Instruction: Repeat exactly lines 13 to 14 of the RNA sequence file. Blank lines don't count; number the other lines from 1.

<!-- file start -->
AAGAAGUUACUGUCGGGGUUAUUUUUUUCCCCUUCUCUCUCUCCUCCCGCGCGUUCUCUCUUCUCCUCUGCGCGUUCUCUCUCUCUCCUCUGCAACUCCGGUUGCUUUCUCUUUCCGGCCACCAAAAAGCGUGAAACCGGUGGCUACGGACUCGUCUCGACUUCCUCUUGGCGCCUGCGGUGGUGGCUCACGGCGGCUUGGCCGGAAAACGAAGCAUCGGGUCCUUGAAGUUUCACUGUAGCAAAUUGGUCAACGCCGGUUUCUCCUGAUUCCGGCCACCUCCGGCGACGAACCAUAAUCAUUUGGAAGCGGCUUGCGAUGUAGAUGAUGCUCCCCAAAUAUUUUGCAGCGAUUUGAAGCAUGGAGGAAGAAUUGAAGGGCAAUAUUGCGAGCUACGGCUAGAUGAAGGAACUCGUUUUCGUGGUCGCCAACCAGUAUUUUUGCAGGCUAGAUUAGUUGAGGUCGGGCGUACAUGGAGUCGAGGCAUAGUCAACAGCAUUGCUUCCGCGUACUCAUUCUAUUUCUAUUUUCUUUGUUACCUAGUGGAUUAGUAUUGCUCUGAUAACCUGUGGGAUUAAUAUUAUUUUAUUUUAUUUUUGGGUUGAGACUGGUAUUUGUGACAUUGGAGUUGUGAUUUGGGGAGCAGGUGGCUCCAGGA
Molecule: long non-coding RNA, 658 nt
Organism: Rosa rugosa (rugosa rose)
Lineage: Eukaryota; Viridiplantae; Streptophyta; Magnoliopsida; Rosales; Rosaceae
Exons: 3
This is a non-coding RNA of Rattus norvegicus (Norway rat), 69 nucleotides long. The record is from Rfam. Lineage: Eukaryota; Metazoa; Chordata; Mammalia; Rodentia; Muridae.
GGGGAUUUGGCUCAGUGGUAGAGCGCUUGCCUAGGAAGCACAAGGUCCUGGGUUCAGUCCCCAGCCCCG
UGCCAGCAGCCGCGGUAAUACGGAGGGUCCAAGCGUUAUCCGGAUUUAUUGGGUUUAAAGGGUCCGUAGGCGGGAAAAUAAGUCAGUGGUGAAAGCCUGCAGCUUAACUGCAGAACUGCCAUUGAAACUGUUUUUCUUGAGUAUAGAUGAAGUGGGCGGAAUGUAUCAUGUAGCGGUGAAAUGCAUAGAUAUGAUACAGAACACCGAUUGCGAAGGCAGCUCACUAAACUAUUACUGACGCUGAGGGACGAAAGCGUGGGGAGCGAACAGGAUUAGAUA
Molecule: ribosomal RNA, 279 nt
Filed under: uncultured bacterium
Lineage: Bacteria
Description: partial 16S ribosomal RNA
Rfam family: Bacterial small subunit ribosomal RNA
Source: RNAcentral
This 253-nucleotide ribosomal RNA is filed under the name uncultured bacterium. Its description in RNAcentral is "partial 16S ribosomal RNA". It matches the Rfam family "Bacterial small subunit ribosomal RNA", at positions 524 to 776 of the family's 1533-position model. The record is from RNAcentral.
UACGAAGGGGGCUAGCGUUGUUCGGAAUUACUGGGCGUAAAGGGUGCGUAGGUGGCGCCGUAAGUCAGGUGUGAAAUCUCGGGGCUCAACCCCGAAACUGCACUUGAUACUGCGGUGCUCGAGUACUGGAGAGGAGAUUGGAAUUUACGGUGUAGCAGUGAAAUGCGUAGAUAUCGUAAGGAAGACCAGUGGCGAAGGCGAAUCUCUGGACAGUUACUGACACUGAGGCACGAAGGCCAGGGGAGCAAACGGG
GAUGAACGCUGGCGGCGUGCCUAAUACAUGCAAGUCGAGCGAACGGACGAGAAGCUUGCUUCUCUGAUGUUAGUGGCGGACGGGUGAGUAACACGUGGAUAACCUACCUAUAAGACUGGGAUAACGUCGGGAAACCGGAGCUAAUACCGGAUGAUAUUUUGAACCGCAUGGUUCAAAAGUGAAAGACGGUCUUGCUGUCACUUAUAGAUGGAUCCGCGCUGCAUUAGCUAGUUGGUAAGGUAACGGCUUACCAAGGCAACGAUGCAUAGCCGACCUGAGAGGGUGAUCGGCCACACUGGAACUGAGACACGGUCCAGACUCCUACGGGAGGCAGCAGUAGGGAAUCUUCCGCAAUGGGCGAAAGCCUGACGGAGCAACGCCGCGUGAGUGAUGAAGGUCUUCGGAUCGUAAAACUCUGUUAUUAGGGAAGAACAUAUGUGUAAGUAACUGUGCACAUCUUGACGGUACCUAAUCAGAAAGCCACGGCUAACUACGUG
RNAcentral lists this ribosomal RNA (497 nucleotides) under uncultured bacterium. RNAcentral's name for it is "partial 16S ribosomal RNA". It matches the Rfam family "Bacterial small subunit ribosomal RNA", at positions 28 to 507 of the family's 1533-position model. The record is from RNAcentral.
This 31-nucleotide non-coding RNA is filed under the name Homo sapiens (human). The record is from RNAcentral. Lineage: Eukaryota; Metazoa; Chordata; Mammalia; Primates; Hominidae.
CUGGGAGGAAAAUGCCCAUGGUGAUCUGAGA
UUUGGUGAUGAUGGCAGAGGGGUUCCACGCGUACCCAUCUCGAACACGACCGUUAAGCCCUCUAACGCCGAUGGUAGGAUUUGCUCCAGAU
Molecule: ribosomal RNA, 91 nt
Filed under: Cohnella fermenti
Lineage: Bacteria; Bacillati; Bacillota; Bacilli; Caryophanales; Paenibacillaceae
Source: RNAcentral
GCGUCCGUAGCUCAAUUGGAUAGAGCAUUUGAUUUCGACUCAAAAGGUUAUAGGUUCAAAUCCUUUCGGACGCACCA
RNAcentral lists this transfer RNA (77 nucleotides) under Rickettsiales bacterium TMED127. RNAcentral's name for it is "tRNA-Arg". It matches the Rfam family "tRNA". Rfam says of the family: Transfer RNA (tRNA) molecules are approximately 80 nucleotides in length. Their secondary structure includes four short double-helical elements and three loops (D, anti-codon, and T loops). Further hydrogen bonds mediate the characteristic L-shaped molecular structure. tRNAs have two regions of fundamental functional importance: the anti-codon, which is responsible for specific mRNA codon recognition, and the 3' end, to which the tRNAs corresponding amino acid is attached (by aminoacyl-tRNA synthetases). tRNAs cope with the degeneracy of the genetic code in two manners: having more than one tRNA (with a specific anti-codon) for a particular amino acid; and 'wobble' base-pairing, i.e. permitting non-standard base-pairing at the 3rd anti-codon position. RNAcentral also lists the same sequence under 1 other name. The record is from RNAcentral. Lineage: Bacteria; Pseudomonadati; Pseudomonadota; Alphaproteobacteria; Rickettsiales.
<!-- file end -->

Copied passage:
Rfam family: Bacterial small subunit ribosomal RNA
Source: RNAcentral